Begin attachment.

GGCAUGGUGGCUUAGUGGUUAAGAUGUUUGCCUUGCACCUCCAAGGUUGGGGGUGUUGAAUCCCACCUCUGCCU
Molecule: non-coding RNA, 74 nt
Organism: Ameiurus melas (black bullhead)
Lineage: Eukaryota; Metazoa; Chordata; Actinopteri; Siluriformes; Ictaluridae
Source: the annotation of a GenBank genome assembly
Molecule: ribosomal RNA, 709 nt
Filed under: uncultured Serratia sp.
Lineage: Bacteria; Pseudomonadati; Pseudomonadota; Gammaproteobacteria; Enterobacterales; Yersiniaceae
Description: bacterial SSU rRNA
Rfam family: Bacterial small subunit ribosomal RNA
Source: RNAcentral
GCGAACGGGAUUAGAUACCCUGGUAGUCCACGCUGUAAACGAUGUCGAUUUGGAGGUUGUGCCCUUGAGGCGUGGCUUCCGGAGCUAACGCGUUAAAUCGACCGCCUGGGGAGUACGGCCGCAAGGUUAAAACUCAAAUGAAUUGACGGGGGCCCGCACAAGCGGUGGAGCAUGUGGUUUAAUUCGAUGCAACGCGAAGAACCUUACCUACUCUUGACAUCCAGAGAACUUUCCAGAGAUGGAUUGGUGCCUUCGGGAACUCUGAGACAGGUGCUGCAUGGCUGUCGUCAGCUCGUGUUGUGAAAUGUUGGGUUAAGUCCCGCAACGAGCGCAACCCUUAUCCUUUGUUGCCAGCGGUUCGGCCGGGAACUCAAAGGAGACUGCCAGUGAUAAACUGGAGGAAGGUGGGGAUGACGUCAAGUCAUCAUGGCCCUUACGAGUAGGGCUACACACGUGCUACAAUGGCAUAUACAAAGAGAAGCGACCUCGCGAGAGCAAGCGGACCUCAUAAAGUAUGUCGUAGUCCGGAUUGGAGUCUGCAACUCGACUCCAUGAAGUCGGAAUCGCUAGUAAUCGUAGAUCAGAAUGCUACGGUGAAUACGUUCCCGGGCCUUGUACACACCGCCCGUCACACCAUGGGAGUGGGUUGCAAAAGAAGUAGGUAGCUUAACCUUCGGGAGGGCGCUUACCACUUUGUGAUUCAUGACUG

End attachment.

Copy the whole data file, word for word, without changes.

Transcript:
GGCAUGGUGGCUUAGUGGUUAAGAUGUUUGCCUUGCACCUCCAAGGUUGGGGGUGUUGAAUCCCACCUCUGCCU
Molecule: non-coding RNA, 74 nt
Organism: Ameiurus melas (black bullhead)
Lineage: Eukaryota; Metazoa; Chordata; Actinopteri; Siluriformes; Ictaluridae
Source: the annotation of a GenBank genome assembly
Molecule: ribosomal RNA, 709 nt
Filed under: uncultured Serratia sp.
Lineage: Bacteria; Pseudomonadati; Pseudomonadota; Gammaproteobacteria; Enterobacterales; Yersiniaceae
Description: bacterial SSU rRNA
Rfam family: Bacterial small subunit ribosomal RNA
Source: RNAcentral
GCGAACGGGAUUAGAUACCCUGGUAGUCCACGCUGUAAACGAUGUCGAUUUGGAGGUUGUGCCCUUGAGGCGUGGCUUCCGGAGCUAACGCGUUAAAUCGACCGCCUGGGGAGUACGGCCGCAAGGUUAAAACUCAAAUGAAUUGACGGGGGCCCGCACAAGCGGUGGAGCAUGUGGUUUAAUUCGAUGCAACGCGAAGAACCUUACCUACUCUUGACAUCCAGAGAACUUUCCAGAGAUGGAUUGGUGCCUUCGGGAACUCUGAGACAGGUGCUGCAUGGCUGUCGUCAGCUCGUGUUGUGAAAUGUUGGGUUAAGUCCCGCAACGAGCGCAACCCUUAUCCUUUGUUGCCAGCGGUUCGGCCGGGAACUCAAAGGAGACUGCCAGUGAUAAACUGGAGGAAGGUGGGGAUGACGUCAAGUCAUCAUGGCCCUUACGAGUAGGGCUACACACGUGCUACAAUGGCAUAUACAAAGAGAAGCGACCUCGCGAGAGCAAGCGGACCUCAUAAAGUAUGUCGUAGUCCGGAUUGGAGUCUGCAACUCGACUCCAUGAAGUCGGAAUCGCUAGUAAUCGUAGAUCAGAAUGCUACGGUGAAUACGUUCCCGGGCCUUGUACACACCGCCCGUCACACCAUGGGAGUGGGUUGCAAAAGAAGUAGGUAGCUUAACCUUCGGGAGGGCGCUUACCACUUUGUGAUUCAUGACUG